5. Jam (1970-11-20 - U. of Rochester)An extremely funky workout — almost reminiscent of a chooglin’ Booker T and the MG’s jam sesh. The Weir/Garcia interplay here sizzles. Sizzles, I say!  
6. Spanish Jam (1968-03-30 - Carousel Ballroom)These things are weird, but I’m into it. Very stiff and stentorian and non-freewheeling. 
7. Jam (1973-07-27 - Grand Prix Racecourse)The Dead send good vibes out to the assembled masses at Watkins Glen. Some of this meanders (if you can even believe it) but stick around to the end for a nice bit that sounds to my ears somewhere between “Eyes of the World” and “Fire On The Mountain.” 
8. Weir Outro (1968-05-18 - Santa Clara County Fairgrounds)Bobby takes us out. 

SUMMER OF DEAD 2014: Where Am I? Who Am I? What The Fuck Am I Doing Here?

A Summer of Dead exclusive! Sort of. Here’s 80 minutes worth of sweet instrumental jams I’ve culled from the Archive, spanning the years 1968-1975. There’s skronk, there’s space, there’s funk, there’s psych. It’s all in there. Except for vocals. No vocals! I don’t know, there’s no real rhyme or reason here — it’s just some groovy, improv-y explorations that have caught my ear recently. I think you’re going to dig it. 

1. Weir’s Words Of Wisdom (1969-12-11 - Thelma Theater)
Ace asks the eternal questions. 

2. Jam #1/Fire On The Mountain theme (1971-08-21 - Mickey Hart’s Barn)
One of those killer Novato excursions, totally soaring. Check it all out here, it is a good time. 

3. Jam (1975-04-17 - Ace’s Studio)
A chilly, bluesy groove! This low-key studio jam is a little out of character for the Dead, but I like it a lot. Almost JJ Cale-y? 

4. Philo Stomp (1972-11-13 - Soldiers and Sailors Memorial Hall)
This thing starts out slamming around in true noize fashion, but eases into a more gentle vibe. Taken from one of Bear’s only audience tapes. He should’ve done that more, the sound is stellar. 

5. Jam (1970-11-20 - U. of Rochester)
An extremely funky workout — almost reminiscent of a chooglin’ Booker T and the MG’s jam sesh. The Weir/Garcia interplay here sizzles. Sizzles, I say!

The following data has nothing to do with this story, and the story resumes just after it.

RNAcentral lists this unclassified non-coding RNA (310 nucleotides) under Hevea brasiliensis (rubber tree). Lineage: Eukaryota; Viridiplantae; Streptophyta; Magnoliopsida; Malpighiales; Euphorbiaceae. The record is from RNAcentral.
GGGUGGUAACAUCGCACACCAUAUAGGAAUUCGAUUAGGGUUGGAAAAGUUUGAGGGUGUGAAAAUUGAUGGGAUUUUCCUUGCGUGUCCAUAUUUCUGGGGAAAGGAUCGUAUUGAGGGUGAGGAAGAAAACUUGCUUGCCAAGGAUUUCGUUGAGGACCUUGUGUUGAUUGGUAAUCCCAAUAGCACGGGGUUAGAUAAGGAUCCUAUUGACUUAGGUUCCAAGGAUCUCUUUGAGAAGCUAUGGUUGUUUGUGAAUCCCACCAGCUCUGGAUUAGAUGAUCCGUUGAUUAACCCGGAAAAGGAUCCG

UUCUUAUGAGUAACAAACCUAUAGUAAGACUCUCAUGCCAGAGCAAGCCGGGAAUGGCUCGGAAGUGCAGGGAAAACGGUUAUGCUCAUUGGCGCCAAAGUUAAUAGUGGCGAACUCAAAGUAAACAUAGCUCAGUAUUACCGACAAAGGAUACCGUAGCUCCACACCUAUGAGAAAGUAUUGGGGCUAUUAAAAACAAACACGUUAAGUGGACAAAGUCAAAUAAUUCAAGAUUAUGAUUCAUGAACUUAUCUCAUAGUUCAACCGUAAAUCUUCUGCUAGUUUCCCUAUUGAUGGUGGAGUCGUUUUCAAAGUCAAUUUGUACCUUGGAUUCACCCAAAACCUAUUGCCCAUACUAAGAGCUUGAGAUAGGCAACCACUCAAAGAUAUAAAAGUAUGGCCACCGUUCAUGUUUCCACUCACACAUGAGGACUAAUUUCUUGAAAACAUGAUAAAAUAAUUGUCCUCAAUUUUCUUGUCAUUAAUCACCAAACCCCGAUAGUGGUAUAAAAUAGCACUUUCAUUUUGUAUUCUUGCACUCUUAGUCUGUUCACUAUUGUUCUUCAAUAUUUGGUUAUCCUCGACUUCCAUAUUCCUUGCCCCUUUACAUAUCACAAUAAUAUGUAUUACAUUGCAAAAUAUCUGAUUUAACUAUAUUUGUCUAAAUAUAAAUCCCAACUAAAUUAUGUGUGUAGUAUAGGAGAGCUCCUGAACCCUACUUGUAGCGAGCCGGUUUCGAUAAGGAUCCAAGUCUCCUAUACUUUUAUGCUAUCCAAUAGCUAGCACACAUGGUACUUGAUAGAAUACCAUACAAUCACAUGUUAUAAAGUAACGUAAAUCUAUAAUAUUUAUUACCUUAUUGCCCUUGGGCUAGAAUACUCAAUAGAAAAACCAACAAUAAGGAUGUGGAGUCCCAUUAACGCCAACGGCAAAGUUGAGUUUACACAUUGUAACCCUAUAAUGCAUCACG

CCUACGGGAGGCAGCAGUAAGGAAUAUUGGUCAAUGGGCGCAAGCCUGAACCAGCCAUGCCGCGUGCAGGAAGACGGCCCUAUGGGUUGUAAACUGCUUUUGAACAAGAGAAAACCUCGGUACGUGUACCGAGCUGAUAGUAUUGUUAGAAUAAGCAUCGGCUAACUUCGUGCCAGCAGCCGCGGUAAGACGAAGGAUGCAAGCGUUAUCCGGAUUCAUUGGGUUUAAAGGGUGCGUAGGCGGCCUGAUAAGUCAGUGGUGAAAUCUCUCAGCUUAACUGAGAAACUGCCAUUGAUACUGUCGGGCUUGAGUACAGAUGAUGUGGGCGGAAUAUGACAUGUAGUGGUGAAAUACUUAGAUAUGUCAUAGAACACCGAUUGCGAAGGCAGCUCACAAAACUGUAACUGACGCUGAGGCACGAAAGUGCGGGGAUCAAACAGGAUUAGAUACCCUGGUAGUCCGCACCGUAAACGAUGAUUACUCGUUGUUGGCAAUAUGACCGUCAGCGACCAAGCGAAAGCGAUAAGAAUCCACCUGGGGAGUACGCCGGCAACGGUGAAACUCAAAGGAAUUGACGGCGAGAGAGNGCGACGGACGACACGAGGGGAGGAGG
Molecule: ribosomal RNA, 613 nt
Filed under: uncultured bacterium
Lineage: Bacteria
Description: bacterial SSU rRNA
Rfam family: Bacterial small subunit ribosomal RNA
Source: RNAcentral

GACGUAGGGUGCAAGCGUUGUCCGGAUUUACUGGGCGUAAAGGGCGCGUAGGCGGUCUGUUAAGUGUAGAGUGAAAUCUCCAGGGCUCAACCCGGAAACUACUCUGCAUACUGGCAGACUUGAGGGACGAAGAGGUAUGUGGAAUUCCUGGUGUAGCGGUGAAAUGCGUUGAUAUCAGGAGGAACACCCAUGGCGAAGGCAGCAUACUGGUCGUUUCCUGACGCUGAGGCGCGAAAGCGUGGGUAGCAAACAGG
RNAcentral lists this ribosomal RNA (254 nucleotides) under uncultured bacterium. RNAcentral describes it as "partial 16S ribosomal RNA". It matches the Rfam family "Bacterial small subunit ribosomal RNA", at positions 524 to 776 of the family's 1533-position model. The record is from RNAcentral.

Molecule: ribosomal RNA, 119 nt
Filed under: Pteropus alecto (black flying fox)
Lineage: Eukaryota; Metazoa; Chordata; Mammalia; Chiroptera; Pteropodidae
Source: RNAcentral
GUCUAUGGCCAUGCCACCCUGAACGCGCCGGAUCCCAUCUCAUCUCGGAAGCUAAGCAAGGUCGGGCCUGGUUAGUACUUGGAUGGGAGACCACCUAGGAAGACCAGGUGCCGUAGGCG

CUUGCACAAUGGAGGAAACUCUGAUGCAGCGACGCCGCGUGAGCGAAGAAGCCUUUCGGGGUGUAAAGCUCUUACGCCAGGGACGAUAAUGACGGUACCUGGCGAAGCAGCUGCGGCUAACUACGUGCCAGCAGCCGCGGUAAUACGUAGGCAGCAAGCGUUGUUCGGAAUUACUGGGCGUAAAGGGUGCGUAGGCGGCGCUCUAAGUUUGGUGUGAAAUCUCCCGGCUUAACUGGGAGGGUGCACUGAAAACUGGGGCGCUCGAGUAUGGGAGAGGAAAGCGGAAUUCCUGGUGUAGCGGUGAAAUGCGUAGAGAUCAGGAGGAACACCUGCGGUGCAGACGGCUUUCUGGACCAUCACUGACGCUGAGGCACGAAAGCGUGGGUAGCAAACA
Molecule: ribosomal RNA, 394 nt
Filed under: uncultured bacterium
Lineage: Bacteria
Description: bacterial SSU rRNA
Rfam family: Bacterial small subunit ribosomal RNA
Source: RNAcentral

6. Spanish Jam (1968-03-30 - Carousel Ballroom)
These things are weird, but I’m into it. Very stiff and stentorian and non-freewheeling. 

7. Jam (1973-07-27 - Grand Prix Racecourse)
The Dead send good vibes out to the assembled masses at Watkins Glen. Some of this meanders (if you can even believe it) but stick around to the end for a nice bit that sounds to my ears somewhere between “Eyes of the World” and “Fire On The Mountain.” 

8. Weir Outro (1968-05-18 - Santa Clara County Fairgrounds)
Bobby takes us out. 

David Kilgour & The Heavy 8’s - Merge 25, July 2014

Head over to Aquarium Drunkard to read my reviews of Clean co-founders/brothers in awesomeness David and Hamish Kilgour’s respective solo albums! Then enjoy this excerpt from David and the Heavy 8’s set last month at the Merge 25 extravaganza. I’ve been listening to this guy play guitar for a long time now and he never fails to amaze. 

Lou Reed - Paris 1973

A hearty RIP to Dick Wagner, the guitarist who (along with Steve Hunter) powered Lou Reed’s Rock ‘n’ Roll Animal-era band. That LP seems like it should have an awesome accompanying live film, but alas, all we’ve got is this (amateur?) footage, as far as I know anyway. It’s a good time, though — especially Lou and Wagner’s interaction at the end of “White Light/White Heat.” 

The Band - Roosevelt Stadium, Jersey City, New Jersey, August 1, 1973
Hey, we’ll follow up Chris’ post about the Dead’s set on this day back in 1973 with The Band’s set [via BB Chron]. It is very good, obviously. Best day in Jersey City ever?